9 April 2015
If it wasn’t already painfully clear that cuts and privatisation has left the NHS in crisis, a British Medical Association (BMA) poll shows that GPs are buckling under pressure.
The poll of more than 15,500 GPS working in the UK found that 93 percent believe that their heavy workloads are having a detrimental affect on quality of care, with 37 percent describing the situation as unmanageable. Only one in ten believed that the 10-minute consultation slots are adequate.
The survey found that GPs overwhelmingly believe the NHS needs greater funding. 76 percent said NHS spending should be increased, with 74 percent calling for more GPs to be employed.
Dr Chaand Nagpaul, chair of the BMA GP committee said; ”GPs want to provide better services and spend more time with their patients, especially the increasing number of older people who often have a range of multiple health needs that require intensive, co-ordinated care.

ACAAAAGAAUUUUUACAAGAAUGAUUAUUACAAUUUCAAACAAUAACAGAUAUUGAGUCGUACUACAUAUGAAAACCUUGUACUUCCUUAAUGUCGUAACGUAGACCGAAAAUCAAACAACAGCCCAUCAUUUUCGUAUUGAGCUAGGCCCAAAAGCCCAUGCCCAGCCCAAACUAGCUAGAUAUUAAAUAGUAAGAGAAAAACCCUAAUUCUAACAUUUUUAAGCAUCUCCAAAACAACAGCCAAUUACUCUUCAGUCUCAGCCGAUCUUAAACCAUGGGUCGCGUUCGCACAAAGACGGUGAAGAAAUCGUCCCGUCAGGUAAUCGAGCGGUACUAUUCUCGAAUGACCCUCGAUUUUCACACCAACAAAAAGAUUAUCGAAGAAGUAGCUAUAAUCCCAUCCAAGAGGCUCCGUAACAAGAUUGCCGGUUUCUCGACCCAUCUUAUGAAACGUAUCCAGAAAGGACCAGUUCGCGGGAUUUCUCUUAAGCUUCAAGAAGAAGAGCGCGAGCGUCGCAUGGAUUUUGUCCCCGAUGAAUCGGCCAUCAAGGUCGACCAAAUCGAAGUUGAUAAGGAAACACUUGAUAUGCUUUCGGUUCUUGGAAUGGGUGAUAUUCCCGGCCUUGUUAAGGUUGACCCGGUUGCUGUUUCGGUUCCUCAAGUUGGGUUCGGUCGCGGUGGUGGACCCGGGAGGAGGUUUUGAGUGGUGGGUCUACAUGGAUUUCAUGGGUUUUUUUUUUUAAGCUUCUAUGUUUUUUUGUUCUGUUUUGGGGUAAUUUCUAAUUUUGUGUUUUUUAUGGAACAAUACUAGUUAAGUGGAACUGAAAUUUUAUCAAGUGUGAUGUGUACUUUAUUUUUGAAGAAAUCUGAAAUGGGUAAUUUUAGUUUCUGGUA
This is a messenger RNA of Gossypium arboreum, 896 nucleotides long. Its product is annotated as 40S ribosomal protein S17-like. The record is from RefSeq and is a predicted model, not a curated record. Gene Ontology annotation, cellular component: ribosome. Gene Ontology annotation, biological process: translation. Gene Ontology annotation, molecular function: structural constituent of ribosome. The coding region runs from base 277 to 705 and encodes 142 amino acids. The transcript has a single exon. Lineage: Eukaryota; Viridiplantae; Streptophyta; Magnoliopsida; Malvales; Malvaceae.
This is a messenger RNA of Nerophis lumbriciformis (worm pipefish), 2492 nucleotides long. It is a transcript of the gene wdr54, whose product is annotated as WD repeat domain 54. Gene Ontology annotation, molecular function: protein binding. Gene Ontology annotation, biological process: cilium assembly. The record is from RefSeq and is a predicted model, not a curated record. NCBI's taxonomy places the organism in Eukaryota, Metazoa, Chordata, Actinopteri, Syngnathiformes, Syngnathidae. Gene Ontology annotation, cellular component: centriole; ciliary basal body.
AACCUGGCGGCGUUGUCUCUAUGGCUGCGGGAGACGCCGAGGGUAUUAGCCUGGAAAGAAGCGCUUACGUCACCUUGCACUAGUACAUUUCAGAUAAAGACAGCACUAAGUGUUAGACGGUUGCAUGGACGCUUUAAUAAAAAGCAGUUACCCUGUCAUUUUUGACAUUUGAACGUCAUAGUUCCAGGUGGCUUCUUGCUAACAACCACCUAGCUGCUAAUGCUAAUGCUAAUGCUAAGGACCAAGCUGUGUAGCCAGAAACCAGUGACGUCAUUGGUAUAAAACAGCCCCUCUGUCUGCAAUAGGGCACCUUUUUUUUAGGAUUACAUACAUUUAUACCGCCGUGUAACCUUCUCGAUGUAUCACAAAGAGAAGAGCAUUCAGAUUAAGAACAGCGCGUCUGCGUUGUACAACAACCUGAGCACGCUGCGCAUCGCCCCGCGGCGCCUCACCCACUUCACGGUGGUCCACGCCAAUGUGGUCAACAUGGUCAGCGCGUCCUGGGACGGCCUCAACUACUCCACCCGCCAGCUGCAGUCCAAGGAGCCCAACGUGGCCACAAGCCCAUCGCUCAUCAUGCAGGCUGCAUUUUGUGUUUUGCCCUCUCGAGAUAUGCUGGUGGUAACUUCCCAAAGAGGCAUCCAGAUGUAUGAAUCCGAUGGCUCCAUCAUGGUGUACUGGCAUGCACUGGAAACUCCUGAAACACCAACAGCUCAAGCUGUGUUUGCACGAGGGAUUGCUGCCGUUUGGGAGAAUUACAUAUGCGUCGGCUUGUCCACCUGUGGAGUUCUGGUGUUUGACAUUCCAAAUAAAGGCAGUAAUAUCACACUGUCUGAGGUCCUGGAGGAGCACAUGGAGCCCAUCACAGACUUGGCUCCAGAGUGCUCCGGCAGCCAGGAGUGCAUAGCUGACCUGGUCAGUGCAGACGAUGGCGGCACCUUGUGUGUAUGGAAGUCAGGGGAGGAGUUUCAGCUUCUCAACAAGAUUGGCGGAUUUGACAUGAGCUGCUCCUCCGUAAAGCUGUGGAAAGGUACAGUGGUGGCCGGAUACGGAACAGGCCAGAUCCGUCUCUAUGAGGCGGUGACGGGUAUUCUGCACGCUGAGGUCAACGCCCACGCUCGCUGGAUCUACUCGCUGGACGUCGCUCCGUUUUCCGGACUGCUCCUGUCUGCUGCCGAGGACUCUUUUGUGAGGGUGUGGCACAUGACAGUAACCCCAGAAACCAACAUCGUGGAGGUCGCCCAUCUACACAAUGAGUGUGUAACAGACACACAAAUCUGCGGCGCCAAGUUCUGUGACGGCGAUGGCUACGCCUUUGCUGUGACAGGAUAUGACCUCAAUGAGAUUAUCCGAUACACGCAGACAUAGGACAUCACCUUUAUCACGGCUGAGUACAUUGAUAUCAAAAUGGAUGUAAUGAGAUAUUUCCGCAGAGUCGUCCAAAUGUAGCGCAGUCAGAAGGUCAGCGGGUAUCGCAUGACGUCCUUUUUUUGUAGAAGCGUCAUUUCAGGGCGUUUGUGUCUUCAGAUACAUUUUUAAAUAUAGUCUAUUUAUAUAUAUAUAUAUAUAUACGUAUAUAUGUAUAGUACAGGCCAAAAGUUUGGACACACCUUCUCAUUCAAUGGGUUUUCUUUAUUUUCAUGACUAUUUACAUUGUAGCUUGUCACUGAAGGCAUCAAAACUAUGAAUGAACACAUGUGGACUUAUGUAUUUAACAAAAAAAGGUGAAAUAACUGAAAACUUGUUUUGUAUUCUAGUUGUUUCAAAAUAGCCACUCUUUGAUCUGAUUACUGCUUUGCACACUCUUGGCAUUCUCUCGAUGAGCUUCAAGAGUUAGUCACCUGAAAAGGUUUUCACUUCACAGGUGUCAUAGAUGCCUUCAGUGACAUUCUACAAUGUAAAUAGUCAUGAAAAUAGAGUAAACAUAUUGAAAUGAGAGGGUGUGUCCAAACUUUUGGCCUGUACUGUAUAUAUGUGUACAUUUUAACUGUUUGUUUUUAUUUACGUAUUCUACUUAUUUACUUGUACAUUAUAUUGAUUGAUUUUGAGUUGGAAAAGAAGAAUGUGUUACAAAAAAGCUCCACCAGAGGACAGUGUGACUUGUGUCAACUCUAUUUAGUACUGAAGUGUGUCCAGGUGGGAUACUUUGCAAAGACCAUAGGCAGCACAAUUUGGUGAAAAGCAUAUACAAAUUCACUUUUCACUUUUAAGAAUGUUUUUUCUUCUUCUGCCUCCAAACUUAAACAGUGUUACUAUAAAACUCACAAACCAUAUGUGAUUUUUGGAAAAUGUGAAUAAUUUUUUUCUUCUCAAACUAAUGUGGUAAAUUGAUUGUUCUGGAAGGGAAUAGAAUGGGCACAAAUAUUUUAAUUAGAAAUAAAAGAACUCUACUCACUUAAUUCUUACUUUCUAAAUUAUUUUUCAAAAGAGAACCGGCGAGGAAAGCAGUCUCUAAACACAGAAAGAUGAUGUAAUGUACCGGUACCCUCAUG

“Many GPs do not feel they have enough time to spend with their patients and that these intense pressures are beginning to damage local services.”
On Tuesday (April 7) NHS England published figures showing that A&E waiting time targets haven’t been met for 26 weeks – half a year. UNISON Head of Health Christina McAnea said; “Week in week out, for half a year now, the waiting times target has been missed.
“It’s bad enough that some sick and injured people were having to wait for more than four hours in the depths of winter – a time when demand on the NHS was at its peak. But for that still to be the case now that spring is here shows just how stretched A&E departments have become.
“Sadly this is where we are after five years of Tory mismanagement of the health service. The NHS, its patients and its staff need and deserve better.”